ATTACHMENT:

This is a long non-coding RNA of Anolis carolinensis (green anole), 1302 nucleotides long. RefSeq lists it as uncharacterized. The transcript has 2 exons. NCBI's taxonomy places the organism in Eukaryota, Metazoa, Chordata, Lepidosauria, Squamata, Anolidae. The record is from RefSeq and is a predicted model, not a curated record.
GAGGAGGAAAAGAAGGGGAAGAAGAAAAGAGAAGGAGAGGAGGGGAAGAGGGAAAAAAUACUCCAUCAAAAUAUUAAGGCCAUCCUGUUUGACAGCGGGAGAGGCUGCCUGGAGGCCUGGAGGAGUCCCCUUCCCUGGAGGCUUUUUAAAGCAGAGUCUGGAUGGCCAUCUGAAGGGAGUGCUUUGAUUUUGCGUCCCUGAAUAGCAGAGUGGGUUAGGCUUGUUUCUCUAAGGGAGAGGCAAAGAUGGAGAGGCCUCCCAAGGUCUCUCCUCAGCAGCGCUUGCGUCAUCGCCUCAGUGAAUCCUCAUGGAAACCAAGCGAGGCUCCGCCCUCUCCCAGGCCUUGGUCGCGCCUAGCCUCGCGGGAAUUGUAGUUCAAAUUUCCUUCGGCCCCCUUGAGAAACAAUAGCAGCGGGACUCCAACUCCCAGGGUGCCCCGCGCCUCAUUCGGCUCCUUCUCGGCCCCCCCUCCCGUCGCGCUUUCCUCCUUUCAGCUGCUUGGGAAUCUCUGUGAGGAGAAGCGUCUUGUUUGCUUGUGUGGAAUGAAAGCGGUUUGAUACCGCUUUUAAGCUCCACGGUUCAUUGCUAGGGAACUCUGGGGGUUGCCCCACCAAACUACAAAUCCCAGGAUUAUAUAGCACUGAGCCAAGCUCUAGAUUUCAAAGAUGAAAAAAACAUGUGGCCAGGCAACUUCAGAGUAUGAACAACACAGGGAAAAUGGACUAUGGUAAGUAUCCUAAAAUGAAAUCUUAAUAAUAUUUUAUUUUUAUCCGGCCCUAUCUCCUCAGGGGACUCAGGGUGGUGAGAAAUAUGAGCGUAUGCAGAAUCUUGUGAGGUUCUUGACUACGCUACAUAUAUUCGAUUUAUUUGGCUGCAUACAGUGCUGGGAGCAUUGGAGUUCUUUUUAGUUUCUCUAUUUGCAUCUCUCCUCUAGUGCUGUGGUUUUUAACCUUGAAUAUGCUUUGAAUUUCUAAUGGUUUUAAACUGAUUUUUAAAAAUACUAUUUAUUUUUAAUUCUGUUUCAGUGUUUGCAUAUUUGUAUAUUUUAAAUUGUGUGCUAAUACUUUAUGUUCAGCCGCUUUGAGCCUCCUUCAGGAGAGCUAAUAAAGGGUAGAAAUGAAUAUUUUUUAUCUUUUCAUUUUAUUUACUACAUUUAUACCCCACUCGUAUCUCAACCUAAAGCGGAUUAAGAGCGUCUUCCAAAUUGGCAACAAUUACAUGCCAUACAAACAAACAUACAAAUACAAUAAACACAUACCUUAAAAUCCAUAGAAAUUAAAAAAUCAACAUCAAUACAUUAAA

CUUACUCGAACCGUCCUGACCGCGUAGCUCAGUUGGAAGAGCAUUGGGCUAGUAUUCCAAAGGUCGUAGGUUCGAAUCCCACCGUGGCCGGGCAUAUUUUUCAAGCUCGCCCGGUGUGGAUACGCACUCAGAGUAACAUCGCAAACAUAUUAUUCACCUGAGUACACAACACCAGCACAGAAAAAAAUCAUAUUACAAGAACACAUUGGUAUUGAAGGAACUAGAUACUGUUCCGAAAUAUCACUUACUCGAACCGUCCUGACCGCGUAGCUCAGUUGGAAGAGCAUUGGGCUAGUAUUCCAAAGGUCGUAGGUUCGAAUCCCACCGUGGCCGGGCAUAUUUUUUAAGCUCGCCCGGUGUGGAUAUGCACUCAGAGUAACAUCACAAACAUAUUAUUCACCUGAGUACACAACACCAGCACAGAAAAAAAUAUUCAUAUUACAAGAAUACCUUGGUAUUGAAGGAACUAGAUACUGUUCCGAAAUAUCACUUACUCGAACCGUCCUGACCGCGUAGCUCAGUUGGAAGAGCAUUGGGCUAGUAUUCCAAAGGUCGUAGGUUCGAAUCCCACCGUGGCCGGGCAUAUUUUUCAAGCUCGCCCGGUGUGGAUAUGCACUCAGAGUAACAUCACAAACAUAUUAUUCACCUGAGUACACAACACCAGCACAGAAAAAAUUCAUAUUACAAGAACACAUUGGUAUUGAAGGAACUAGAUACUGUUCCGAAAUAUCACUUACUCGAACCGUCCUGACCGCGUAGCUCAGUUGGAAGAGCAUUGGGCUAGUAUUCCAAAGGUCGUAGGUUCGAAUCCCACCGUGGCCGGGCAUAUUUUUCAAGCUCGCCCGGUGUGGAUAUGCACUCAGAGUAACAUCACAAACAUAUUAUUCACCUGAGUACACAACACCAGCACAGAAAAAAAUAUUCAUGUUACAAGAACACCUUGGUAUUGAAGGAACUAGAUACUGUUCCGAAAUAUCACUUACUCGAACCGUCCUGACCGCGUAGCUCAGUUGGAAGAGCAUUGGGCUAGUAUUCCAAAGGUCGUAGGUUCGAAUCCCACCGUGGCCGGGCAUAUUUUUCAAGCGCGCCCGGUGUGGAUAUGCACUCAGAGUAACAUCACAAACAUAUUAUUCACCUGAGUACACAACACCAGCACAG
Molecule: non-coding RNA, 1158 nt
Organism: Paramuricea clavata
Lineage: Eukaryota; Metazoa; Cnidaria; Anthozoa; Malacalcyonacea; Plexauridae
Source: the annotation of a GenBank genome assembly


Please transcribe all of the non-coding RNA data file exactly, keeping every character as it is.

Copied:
This is a long non-coding RNA of Anolis carolinensis (green anole), 1302 nucleotides long. RefSeq lists it as uncharacterized. The transcript has 2 exons. NCBI's taxonomy places the organism in Eukaryota, Metazoa, Chordata, Lepidosauria, Squamata, Anolidae. The record is from RefSeq and is a predicted model, not a curated record.
GAGGAGGAAAAGAAGGGGAAGAAGAAAAGAGAAGGAGAGGAGGGGAAGAGGGAAAAAAUACUCCAUCAAAAUAUUAAGGCCAUCCUGUUUGACAGCGGGAGAGGCUGCCUGGAGGCCUGGAGGAGUCCCCUUCCCUGGAGGCUUUUUAAAGCAGAGUCUGGAUGGCCAUCUGAAGGGAGUGCUUUGAUUUUGCGUCCCUGAAUAGCAGAGUGGGUUAGGCUUGUUUCUCUAAGGGAGAGGCAAAGAUGGAGAGGCCUCCCAAGGUCUCUCCUCAGCAGCGCUUGCGUCAUCGCCUCAGUGAAUCCUCAUGGAAACCAAGCGAGGCUCCGCCCUCUCCCAGGCCUUGGUCGCGCCUAGCCUCGCGGGAAUUGUAGUUCAAAUUUCCUUCGGCCCCCUUGAGAAACAAUAGCAGCGGGACUCCAACUCCCAGGGUGCCCCGCGCCUCAUUCGGCUCCUUCUCGGCCCCCCCUCCCGUCGCGCUUUCCUCCUUUCAGCUGCUUGGGAAUCUCUGUGAGGAGAAGCGUCUUGUUUGCUUGUGUGGAAUGAAAGCGGUUUGAUACCGCUUUUAAGCUCCACGGUUCAUUGCUAGGGAACUCUGGGGGUUGCCCCACCAAACUACAAAUCCCAGGAUUAUAUAGCACUGAGCCAAGCUCUAGAUUUCAAAGAUGAAAAAAACAUGUGGCCAGGCAACUUCAGAGUAUGAACAACACAGGGAAAAUGGACUAUGGUAAGUAUCCUAAAAUGAAAUCUUAAUAAUAUUUUAUUUUUAUCCGGCCCUAUCUCCUCAGGGGACUCAGGGUGGUGAGAAAUAUGAGCGUAUGCAGAAUCUUGUGAGGUUCUUGACUACGCUACAUAUAUUCGAUUUAUUUGGCUGCAUACAGUGCUGGGAGCAUUGGAGUUCUUUUUAGUUUCUCUAUUUGCAUCUCUCCUCUAGUGCUGUGGUUUUUAACCUUGAAUAUGCUUUGAAUUUCUAAUGGUUUUAAACUGAUUUUUAAAAAUACUAUUUAUUUUUAAUUCUGUUUCAGUGUUUGCAUAUUUGUAUAUUUUAAAUUGUGUGCUAAUACUUUAUGUUCAGCCGCUUUGAGCCUCCUUCAGGAGAGCUAAUAAAGGGUAGAAAUGAAUAUUUUUUAUCUUUUCAUUUUAUUUACUACAUUUAUACCCCACUCGUAUCUCAACCUAAAGCGGAUUAAGAGCGUCUUCCAAAUUGGCAACAAUUACAUGCCAUACAAACAAACAUACAAAUACAAUAAACACAUACCUUAAAAUCCAUAGAAAUUAAAAAAUCAACAUCAAUACAUUAAA

CUUACUCGAACCGUCCUGACCGCGUAGCUCAGUUGGAAGAGCAUUGGGCUAGUAUUCCAAAGGUCGUAGGUUCGAAUCCCACCGUGGCCGGGCAUAUUUUUCAAGCUCGCCCGGUGUGGAUACGCACUCAGAGUAACAUCGCAAACAUAUUAUUCACCUGAGUACACAACACCAGCACAGAAAAAAAUCAUAUUACAAGAACACAUUGGUAUUGAAGGAACUAGAUACUGUUCCGAAAUAUCACUUACUCGAACCGUCCUGACCGCGUAGCUCAGUUGGAAGAGCAUUGGGCUAGUAUUCCAAAGGUCGUAGGUUCGAAUCCCACCGUGGCCGGGCAUAUUUUUUAAGCUCGCCCGGUGUGGAUAUGCACUCAGAGUAACAUCACAAACAUAUUAUUCACCUGAGUACACAACACCAGCACAGAAAAAAAUAUUCAUAUUACAAGAAUACCUUGGUAUUGAAGGAACUAGAUACUGUUCCGAAAUAUCACUUACUCGAACCGUCCUGACCGCGUAGCUCAGUUGGAAGAGCAUUGGGCUAGUAUUCCAAAGGUCGUAGGUUCGAAUCCCACCGUGGCCGGGCAUAUUUUUCAAGCUCGCCCGGUGUGGAUAUGCACUCAGAGUAACAUCACAAACAUAUUAUUCACCUGAGUACACAACACCAGCACAGAAAAAAUUCAUAUUACAAGAACACAUUGGUAUUGAAGGAACUAGAUACUGUUCCGAAAUAUCACUUACUCGAACCGUCCUGACCGCGUAGCUCAGUUGGAAGAGCAUUGGGCUAGUAUUCCAAAGGUCGUAGGUUCGAAUCCCACCGUGGCCGGGCAUAUUUUUCAAGCUCGCCCGGUGUGGAUAUGCACUCAGAGUAACAUCACAAACAUAUUAUUCACCUGAGUACACAACACCAGCACAGAAAAAAAUAUUCAUGUUACAAGAACACCUUGGUAUUGAAGGAACUAGAUACUGUUCCGAAAUAUCACUUACUCGAACCGUCCUGACCGCGUAGCUCAGUUGGAAGAGCAUUGGGCUAGUAUUCCAAAGGUCGUAGGUUCGAAUCCCACCGUGGCCGGGCAUAUUUUUCAAGCGCGCCCGGUGUGGAUAUGCACUCAGAGUAACAUCACAAACAUAUUAUUCACCUGAGUACACAACACCAGCACAG
Molecule: non-coding RNA, 1158 nt
Organism: Paramuricea clavata
Lineage: Eukaryota; Metazoa; Cnidaria; Anthozoa; Malacalcyonacea; Plexauridae
Source: the annotation of a GenBank genome assembly